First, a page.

Biden Shares Spectacular Deep Space Telescope Image Ahead Of Today's Big NASA Event

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NASA is set to release the first set of full-color images of deep space taken with the James Webb Space Telescope (JWST) during a live broadcast event today. However, yesterday President Biden offered up a surprise unveil, sharing the very first official image (or more to come) during a briefing at the White House. "This is the oldest documented light in the history of the universe from 13 billion—let me say that again—13 billion years ago, Biden said.

For those who have been waiting on the first images from the James Webb Space Telescope, NASA gave an early preview yesterday. The image that was shared was part of an event held at the White House that included the President of the United States. While the event was broadcast live, it ended short of sharing any other photos ahead of today's scheduled reveal event. NASA also shared the first image on its Twitter feed following the broadcasted briefing with President Biden.

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Image Credit: NASA HQ Photo

The image is similar in nature to the test image that the space agency shared at the beginning of July. The latest image is billed as being the "deepest and sharpest image of the distant universe to date," by NASA.

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Image Credit: NASA/ESA/CSA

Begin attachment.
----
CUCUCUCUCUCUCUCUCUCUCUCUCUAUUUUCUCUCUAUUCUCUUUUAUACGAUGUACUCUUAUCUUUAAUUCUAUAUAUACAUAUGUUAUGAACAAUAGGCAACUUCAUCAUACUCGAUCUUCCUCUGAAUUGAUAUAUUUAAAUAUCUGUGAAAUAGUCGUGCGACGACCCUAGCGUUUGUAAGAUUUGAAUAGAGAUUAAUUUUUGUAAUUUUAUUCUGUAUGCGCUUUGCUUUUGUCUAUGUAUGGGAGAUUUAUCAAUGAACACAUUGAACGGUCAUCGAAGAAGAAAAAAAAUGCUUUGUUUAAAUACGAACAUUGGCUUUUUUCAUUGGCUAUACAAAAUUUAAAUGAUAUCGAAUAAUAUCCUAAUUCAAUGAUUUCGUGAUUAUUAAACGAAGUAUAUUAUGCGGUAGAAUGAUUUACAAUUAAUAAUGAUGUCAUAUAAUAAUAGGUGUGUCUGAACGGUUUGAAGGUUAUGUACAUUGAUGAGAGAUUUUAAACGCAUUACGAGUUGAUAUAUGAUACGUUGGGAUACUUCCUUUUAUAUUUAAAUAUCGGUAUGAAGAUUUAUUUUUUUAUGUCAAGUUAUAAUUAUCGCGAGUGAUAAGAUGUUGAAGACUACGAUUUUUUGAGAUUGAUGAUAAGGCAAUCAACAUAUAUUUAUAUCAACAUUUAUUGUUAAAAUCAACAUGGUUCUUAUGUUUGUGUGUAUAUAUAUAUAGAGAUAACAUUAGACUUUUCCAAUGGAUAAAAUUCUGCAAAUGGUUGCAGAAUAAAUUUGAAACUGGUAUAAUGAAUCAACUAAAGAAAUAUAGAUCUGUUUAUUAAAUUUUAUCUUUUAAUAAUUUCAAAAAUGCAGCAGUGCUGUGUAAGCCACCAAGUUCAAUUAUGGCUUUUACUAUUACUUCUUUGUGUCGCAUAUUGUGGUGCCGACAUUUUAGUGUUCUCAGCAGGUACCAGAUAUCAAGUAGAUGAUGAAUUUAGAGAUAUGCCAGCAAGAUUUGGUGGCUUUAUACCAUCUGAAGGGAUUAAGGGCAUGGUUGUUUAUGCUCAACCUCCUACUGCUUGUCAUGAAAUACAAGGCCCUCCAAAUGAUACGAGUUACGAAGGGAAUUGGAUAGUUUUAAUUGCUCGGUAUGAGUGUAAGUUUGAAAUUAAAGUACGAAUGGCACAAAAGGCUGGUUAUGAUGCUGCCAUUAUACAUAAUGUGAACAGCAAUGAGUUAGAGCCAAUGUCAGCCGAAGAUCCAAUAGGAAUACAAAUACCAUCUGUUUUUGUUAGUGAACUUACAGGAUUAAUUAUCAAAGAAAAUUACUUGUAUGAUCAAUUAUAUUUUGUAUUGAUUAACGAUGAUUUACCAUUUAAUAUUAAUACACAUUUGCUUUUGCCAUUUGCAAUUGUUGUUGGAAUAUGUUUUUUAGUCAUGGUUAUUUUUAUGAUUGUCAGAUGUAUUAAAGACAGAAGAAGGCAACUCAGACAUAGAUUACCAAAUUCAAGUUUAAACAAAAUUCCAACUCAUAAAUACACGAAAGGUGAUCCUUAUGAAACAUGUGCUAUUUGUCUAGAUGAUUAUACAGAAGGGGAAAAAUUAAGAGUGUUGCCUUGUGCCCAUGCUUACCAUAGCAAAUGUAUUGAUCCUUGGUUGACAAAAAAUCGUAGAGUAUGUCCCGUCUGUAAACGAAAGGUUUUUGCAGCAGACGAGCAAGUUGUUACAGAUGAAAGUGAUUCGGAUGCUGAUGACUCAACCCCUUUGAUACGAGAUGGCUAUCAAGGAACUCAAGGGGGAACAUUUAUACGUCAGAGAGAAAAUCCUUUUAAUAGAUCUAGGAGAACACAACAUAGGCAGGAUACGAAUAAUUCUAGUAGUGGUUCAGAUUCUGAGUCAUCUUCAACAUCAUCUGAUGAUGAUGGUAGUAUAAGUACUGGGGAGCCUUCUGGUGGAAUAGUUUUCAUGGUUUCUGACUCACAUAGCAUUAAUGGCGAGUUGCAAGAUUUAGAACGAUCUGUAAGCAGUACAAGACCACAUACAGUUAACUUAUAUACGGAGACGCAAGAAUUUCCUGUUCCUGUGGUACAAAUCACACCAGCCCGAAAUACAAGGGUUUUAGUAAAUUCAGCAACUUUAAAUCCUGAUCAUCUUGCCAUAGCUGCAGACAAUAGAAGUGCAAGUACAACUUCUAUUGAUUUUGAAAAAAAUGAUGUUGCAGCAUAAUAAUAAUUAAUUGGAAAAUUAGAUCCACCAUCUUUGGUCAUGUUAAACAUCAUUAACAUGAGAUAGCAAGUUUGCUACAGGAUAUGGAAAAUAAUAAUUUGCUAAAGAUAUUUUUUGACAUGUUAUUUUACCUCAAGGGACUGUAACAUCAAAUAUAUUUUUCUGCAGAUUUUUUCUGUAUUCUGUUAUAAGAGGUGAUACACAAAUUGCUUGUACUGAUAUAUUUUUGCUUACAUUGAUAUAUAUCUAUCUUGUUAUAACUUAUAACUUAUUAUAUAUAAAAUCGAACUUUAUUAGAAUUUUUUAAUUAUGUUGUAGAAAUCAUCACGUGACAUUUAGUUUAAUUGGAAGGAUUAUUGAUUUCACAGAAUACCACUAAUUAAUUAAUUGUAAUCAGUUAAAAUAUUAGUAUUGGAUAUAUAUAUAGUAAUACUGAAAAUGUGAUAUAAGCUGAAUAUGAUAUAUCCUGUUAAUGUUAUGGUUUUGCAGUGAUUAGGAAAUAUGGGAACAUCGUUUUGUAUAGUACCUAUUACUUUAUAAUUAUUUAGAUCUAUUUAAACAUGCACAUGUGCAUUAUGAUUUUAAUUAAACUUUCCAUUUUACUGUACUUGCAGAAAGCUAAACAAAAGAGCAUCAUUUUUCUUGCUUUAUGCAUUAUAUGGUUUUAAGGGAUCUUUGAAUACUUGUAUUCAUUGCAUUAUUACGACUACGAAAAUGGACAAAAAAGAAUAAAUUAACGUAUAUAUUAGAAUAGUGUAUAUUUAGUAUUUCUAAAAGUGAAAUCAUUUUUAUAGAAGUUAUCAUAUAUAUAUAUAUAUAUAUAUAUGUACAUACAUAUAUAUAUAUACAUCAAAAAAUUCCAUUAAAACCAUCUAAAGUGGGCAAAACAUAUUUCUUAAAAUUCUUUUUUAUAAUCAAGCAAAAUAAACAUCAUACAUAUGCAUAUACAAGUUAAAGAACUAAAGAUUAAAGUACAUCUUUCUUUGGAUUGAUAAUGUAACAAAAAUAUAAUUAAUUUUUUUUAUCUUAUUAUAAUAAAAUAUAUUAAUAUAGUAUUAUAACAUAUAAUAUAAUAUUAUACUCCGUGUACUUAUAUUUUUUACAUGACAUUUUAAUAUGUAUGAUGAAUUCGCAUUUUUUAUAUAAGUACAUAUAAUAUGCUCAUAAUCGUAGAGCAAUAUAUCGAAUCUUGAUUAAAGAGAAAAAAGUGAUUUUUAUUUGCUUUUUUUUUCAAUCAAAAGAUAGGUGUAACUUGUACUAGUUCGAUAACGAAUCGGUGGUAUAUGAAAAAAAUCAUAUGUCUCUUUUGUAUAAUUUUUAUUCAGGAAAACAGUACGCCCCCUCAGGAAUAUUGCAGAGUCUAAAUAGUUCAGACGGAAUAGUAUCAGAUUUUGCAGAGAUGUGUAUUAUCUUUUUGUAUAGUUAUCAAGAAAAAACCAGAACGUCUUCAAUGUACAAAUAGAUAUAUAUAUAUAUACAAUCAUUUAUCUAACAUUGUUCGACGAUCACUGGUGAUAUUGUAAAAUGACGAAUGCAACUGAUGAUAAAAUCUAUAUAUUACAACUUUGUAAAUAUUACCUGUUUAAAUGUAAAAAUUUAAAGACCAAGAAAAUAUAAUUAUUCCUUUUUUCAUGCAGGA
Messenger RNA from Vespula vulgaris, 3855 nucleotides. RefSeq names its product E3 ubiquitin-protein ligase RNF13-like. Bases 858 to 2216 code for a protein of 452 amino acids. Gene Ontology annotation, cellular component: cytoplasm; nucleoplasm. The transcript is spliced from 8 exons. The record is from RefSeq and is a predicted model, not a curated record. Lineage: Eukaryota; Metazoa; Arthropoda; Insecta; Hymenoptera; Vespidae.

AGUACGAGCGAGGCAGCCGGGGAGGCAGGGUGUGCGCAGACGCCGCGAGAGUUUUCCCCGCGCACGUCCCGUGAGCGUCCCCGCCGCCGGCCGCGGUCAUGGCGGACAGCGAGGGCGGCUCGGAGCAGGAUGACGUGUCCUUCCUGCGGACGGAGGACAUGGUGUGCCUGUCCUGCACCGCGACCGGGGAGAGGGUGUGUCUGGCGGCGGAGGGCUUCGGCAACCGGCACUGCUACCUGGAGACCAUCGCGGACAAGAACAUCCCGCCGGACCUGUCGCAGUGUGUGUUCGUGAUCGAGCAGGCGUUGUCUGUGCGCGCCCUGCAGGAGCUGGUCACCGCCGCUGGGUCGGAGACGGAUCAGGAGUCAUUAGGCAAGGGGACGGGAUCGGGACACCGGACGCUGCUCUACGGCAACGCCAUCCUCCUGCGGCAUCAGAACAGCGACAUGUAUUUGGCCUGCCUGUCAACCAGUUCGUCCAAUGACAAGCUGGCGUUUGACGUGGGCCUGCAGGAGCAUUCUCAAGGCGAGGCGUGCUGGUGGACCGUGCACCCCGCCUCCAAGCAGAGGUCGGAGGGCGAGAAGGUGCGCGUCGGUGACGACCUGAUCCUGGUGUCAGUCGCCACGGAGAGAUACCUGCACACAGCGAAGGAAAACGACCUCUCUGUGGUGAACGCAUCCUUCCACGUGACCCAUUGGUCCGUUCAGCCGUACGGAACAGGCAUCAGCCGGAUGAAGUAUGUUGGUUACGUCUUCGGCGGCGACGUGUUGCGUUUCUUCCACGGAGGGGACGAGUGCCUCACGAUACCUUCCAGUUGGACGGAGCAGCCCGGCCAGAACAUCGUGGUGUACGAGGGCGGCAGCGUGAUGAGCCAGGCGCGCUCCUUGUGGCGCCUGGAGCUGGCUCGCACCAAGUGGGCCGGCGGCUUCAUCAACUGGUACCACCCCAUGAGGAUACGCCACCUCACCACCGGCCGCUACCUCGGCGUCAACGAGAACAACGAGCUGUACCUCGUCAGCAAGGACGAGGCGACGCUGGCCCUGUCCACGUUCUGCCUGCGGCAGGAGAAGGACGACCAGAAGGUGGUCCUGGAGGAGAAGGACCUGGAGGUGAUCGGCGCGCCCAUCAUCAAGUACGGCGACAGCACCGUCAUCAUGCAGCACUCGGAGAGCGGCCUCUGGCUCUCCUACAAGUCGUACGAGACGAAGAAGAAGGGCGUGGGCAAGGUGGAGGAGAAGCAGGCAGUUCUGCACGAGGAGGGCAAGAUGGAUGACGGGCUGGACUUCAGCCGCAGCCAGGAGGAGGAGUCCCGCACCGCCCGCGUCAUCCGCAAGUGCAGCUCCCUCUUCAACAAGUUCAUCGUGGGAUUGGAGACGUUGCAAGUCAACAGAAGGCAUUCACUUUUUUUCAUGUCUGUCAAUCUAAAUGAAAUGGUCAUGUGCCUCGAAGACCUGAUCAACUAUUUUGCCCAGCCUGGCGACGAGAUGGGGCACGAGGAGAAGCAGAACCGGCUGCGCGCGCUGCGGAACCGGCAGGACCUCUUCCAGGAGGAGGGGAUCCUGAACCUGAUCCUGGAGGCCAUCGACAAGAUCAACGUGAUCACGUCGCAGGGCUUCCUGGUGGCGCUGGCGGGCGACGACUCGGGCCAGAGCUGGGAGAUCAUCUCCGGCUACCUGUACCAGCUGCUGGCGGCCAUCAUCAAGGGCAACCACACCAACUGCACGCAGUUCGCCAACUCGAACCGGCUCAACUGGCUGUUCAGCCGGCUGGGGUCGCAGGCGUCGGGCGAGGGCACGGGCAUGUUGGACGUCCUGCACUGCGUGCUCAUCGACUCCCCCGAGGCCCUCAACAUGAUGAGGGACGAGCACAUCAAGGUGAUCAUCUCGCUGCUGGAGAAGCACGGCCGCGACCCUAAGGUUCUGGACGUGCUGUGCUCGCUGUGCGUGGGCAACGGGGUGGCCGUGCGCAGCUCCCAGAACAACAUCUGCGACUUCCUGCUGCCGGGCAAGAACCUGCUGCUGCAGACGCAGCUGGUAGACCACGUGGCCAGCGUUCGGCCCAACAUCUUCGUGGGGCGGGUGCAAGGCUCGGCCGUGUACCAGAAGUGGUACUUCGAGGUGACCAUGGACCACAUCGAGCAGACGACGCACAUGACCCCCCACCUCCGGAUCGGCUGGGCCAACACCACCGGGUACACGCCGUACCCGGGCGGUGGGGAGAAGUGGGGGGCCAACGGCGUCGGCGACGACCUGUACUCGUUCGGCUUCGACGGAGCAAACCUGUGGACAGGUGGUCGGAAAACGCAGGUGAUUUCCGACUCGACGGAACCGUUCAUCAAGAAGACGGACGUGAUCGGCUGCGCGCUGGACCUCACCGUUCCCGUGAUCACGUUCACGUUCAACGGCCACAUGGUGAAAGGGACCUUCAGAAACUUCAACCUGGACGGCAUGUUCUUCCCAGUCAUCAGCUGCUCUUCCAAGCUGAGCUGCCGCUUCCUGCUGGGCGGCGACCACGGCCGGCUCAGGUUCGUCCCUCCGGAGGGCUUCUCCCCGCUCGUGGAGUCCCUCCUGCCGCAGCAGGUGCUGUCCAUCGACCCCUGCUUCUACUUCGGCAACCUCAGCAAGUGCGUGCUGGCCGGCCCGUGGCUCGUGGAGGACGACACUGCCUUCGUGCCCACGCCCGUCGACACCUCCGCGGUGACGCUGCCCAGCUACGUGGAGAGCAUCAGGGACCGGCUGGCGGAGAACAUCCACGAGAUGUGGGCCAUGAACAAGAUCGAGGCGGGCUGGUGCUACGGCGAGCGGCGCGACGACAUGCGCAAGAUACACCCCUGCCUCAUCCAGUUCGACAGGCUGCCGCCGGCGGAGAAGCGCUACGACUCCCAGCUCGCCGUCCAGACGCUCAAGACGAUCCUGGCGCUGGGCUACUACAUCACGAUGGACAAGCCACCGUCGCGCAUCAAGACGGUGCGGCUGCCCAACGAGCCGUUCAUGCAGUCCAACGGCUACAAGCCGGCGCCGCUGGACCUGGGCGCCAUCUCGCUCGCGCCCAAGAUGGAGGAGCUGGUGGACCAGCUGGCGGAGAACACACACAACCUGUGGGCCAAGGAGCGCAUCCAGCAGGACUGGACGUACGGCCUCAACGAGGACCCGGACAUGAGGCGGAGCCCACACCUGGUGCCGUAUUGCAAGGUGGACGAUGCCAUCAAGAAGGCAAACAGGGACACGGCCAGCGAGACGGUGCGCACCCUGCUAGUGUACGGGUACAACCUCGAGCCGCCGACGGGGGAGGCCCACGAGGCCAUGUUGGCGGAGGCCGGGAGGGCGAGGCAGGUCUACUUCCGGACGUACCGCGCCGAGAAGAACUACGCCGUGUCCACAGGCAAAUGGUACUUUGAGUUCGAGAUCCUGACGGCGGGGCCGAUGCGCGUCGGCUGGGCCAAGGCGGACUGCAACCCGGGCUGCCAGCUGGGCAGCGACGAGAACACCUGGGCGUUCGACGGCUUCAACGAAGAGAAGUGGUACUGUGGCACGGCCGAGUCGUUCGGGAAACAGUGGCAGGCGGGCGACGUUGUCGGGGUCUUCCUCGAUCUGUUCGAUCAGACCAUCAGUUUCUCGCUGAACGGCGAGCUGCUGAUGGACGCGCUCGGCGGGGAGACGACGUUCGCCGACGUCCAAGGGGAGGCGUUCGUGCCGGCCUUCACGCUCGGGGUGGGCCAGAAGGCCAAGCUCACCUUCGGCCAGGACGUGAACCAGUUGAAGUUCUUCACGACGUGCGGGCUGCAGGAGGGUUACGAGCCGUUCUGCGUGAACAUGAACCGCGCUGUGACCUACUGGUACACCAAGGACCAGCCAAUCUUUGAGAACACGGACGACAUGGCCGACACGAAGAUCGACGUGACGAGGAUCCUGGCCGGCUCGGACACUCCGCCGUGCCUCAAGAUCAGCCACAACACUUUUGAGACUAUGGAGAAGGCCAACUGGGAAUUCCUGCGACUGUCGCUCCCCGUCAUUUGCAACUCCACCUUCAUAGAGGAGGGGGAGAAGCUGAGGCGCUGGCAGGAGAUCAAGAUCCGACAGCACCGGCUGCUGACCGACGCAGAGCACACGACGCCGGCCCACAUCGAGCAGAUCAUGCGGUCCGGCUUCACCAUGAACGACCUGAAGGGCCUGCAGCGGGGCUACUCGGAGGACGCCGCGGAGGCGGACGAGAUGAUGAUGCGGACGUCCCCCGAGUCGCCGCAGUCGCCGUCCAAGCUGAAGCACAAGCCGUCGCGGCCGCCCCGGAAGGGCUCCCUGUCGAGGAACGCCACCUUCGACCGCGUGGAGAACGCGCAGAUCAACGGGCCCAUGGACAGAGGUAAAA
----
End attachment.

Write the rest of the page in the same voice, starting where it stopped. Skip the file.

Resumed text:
One of the similarities between the test image and the latest image is that brighter stars are seen with their trademark six, long, sharply defined diffraction spikes, an effect that is due to Webb's six-sided mirror segments. Dimmer stars and galaxies fill out the rest of the background.

The image shared with President Biden is of galaxy cluster SMACS 0723. It includes thousands of galaxies, including the faintest objects ever observed in the infrared. NASA says that "this slice of the vast universe covers a patch of sky approximately the size of a grain of sand held at arm's length by someone on the ground."

Today's release of images is said to be done one by one, and will be broadcast live via the YouTube player above, or on NASA's webpage July 12, 2022, at 10:30 a.m. EDT. NASA will also be posting the images as they are released on its website.

Regardless of how you view the images, it is great to finally arrive at the moment they can be shared. The journey of JWST has taken it nearly a million miles from Earth, but it has truly just begun. We look forward to many more images captured by this incredible space telescope, and all that it will reveal. Be sure to keep checking back with HotHardware, as we will continue to bring you the latest with JWST.

Top Image Credit: NASA/ESA/CSA